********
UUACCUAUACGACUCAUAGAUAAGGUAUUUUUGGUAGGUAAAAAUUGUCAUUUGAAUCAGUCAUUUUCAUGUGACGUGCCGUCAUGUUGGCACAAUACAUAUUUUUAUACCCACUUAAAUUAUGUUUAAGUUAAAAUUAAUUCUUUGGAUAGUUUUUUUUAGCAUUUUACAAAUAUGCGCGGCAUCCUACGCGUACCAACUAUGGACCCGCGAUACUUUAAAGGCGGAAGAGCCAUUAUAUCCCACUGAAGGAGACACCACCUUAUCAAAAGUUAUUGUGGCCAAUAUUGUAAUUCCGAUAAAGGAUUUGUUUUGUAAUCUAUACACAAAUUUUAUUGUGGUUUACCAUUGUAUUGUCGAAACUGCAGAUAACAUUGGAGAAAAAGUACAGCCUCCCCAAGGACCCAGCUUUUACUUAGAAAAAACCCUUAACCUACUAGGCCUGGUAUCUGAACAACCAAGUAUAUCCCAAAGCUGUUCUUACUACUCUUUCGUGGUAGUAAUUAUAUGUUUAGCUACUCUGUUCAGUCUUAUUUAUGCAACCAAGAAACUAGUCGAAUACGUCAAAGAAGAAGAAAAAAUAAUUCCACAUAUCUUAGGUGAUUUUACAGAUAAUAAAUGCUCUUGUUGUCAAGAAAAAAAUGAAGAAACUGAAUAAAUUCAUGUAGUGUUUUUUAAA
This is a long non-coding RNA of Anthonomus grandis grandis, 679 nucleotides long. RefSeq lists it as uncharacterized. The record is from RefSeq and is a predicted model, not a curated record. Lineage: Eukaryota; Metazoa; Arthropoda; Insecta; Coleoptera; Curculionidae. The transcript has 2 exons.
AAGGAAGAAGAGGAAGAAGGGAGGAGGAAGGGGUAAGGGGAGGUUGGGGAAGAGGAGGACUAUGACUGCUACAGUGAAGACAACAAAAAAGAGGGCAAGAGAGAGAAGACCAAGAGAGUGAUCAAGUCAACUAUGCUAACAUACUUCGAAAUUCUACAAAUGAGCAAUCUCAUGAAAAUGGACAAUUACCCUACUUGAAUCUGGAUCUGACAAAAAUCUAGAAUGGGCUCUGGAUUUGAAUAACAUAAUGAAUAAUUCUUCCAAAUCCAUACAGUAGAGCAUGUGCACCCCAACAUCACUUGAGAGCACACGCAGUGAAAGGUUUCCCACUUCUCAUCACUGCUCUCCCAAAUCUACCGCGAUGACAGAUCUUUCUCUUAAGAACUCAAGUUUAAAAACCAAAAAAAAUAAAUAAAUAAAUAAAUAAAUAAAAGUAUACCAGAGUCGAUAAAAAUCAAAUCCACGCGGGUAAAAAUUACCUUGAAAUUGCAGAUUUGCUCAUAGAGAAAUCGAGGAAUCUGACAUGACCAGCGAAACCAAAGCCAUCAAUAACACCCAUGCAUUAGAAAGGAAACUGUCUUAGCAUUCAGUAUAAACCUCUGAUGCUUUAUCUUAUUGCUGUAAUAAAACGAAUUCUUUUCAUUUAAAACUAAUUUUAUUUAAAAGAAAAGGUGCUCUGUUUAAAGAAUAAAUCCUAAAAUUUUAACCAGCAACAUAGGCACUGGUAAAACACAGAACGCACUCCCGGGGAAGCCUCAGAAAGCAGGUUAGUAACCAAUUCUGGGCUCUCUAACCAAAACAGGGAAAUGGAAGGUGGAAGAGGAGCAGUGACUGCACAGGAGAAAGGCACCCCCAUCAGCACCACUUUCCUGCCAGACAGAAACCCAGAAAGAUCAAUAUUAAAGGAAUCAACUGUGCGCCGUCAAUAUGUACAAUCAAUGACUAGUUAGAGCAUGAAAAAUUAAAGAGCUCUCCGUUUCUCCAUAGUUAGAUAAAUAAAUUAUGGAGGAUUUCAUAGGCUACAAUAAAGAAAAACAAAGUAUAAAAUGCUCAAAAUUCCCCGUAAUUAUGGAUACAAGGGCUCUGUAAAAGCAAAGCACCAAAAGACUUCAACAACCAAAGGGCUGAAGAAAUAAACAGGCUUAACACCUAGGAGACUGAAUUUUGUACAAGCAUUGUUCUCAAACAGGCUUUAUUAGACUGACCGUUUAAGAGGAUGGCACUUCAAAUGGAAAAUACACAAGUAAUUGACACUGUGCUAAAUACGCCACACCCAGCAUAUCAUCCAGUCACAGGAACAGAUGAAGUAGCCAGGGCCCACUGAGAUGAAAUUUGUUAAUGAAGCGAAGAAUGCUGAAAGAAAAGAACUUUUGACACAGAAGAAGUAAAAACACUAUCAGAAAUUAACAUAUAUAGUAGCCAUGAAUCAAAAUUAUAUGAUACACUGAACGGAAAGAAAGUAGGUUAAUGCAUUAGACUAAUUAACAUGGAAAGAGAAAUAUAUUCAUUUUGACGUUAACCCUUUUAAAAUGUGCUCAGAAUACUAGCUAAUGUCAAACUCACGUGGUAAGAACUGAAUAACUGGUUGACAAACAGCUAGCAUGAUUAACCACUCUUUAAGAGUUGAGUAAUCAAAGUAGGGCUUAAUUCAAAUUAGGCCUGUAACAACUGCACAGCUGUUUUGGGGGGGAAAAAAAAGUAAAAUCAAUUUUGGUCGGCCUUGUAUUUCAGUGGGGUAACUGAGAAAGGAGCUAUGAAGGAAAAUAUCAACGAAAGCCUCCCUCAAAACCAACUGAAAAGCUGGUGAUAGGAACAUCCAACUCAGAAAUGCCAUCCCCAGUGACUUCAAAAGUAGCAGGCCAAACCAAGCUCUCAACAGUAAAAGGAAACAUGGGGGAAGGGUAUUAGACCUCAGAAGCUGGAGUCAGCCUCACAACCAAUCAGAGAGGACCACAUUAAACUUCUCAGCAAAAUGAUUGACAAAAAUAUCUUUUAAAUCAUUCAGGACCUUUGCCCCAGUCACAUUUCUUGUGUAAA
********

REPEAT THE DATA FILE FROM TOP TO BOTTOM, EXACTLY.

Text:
UUACCUAUACGACUCAUAGAUAAGGUAUUUUUGGUAGGUAAAAAUUGUCAUUUGAAUCAGUCAUUUUCAUGUGACGUGCCGUCAUGUUGGCACAAUACAUAUUUUUAUACCCACUUAAAUUAUGUUUAAGUUAAAAUUAAUUCUUUGGAUAGUUUUUUUUAGCAUUUUACAAAUAUGCGCGGCAUCCUACGCGUACCAACUAUGGACCCGCGAUACUUUAAAGGCGGAAGAGCCAUUAUAUCCCACUGAAGGAGACACCACCUUAUCAAAAGUUAUUGUGGCCAAUAUUGUAAUUCCGAUAAAGGAUUUGUUUUGUAAUCUAUACACAAAUUUUAUUGUGGUUUACCAUUGUAUUGUCGAAACUGCAGAUAACAUUGGAGAAAAAGUACAGCCUCCCCAAGGACCCAGCUUUUACUUAGAAAAAACCCUUAACCUACUAGGCCUGGUAUCUGAACAACCAAGUAUAUCCCAAAGCUGUUCUUACUACUCUUUCGUGGUAGUAAUUAUAUGUUUAGCUACUCUGUUCAGUCUUAUUUAUGCAACCAAGAAACUAGUCGAAUACGUCAAAGAAGAAGAAAAAAUAAUUCCACAUAUCUUAGGUGAUUUUACAGAUAAUAAAUGCUCUUGUUGUCAAGAAAAAAAUGAAGAAACUGAAUAAAUUCAUGUAGUGUUUUUUAAA
This is a long non-coding RNA of Anthonomus grandis grandis, 679 nucleotides long. RefSeq lists it as uncharacterized. The record is from RefSeq and is a predicted model, not a curated record. Lineage: Eukaryota; Metazoa; Arthropoda; Insecta; Coleoptera; Curculionidae. The transcript has 2 exons.
AAGGAAGAAGAGGAAGAAGGGAGGAGGAAGGGGUAAGGGGAGGUUGGGGAAGAGGAGGACUAUGACUGCUACAGUGAAGACAACAAAAAAGAGGGCAAGAGAGAGAAGACCAAGAGAGUGAUCAAGUCAACUAUGCUAACAUACUUCGAAAUUCUACAAAUGAGCAAUCUCAUGAAAAUGGACAAUUACCCUACUUGAAUCUGGAUCUGACAAAAAUCUAGAAUGGGCUCUGGAUUUGAAUAACAUAAUGAAUAAUUCUUCCAAAUCCAUACAGUAGAGCAUGUGCACCCCAACAUCACUUGAGAGCACACGCAGUGAAAGGUUUCCCACUUCUCAUCACUGCUCUCCCAAAUCUACCGCGAUGACAGAUCUUUCUCUUAAGAACUCAAGUUUAAAAACCAAAAAAAAUAAAUAAAUAAAUAAAUAAAUAAAAGUAUACCAGAGUCGAUAAAAAUCAAAUCCACGCGGGUAAAAAUUACCUUGAAAUUGCAGAUUUGCUCAUAGAGAAAUCGAGGAAUCUGACAUGACCAGCGAAACCAAAGCCAUCAAUAACACCCAUGCAUUAGAAAGGAAACUGUCUUAGCAUUCAGUAUAAACCUCUGAUGCUUUAUCUUAUUGCUGUAAUAAAACGAAUUCUUUUCAUUUAAAACUAAUUUUAUUUAAAAGAAAAGGUGCUCUGUUUAAAGAAUAAAUCCUAAAAUUUUAACCAGCAACAUAGGCACUGGUAAAACACAGAACGCACUCCCGGGGAAGCCUCAGAAAGCAGGUUAGUAACCAAUUCUGGGCUCUCUAACCAAAACAGGGAAAUGGAAGGUGGAAGAGGAGCAGUGACUGCACAGGAGAAAGGCACCCCCAUCAGCACCACUUUCCUGCCAGACAGAAACCCAGAAAGAUCAAUAUUAAAGGAAUCAACUGUGCGCCGUCAAUAUGUACAAUCAAUGACUAGUUAGAGCAUGAAAAAUUAAAGAGCUCUCCGUUUCUCCAUAGUUAGAUAAAUAAAUUAUGGAGGAUUUCAUAGGCUACAAUAAAGAAAAACAAAGUAUAAAAUGCUCAAAAUUCCCCGUAAUUAUGGAUACAAGGGCUCUGUAAAAGCAAAGCACCAAAAGACUUCAACAACCAAAGGGCUGAAGAAAUAAACAGGCUUAACACCUAGGAGACUGAAUUUUGUACAAGCAUUGUUCUCAAACAGGCUUUAUUAGACUGACCGUUUAAGAGGAUGGCACUUCAAAUGGAAAAUACACAAGUAAUUGACACUGUGCUAAAUACGCCACACCCAGCAUAUCAUCCAGUCACAGGAACAGAUGAAGUAGCCAGGGCCCACUGAGAUGAAAUUUGUUAAUGAAGCGAAGAAUGCUGAAAGAAAAGAACUUUUGACACAGAAGAAGUAAAAACACUAUCAGAAAUUAACAUAUAUAGUAGCCAUGAAUCAAAAUUAUAUGAUACACUGAACGGAAAGAAAGUAGGUUAAUGCAUUAGACUAAUUAACAUGGAAAGAGAAAUAUAUUCAUUUUGACGUUAACCCUUUUAAAAUGUGCUCAGAAUACUAGCUAAUGUCAAACUCACGUGGUAAGAACUGAAUAACUGGUUGACAAACAGCUAGCAUGAUUAACCACUCUUUAAGAGUUGAGUAAUCAAAGUAGGGCUUAAUUCAAAUUAGGCCUGUAACAACUGCACAGCUGUUUUGGGGGGGAAAAAAAAGUAAAAUCAAUUUUGGUCGGCCUUGUAUUUCAGUGGGGUAACUGAGAAAGGAGCUAUGAAGGAAAAUAUCAACGAAAGCCUCCCUCAAAACCAACUGAAAAGCUGGUGAUAGGAACAUCCAACUCAGAAAUGCCAUCCCCAGUGACUUCAAAAGUAGCAGGCCAAACCAAGCUCUCAACAGUAAAAGGAAACAUGGGGGAAGGGUAUUAGACCUCAGAAGCUGGAGUCAGCCUCACAACCAAUCAGAGAGGACCACAUUAAACUUCUCAGCAAAAUGAUUGACAAAAAUAUCUUUUAAAUCAUUCAGGACCUUUGCCCCAGUCACAUUUCUUGUGUAAA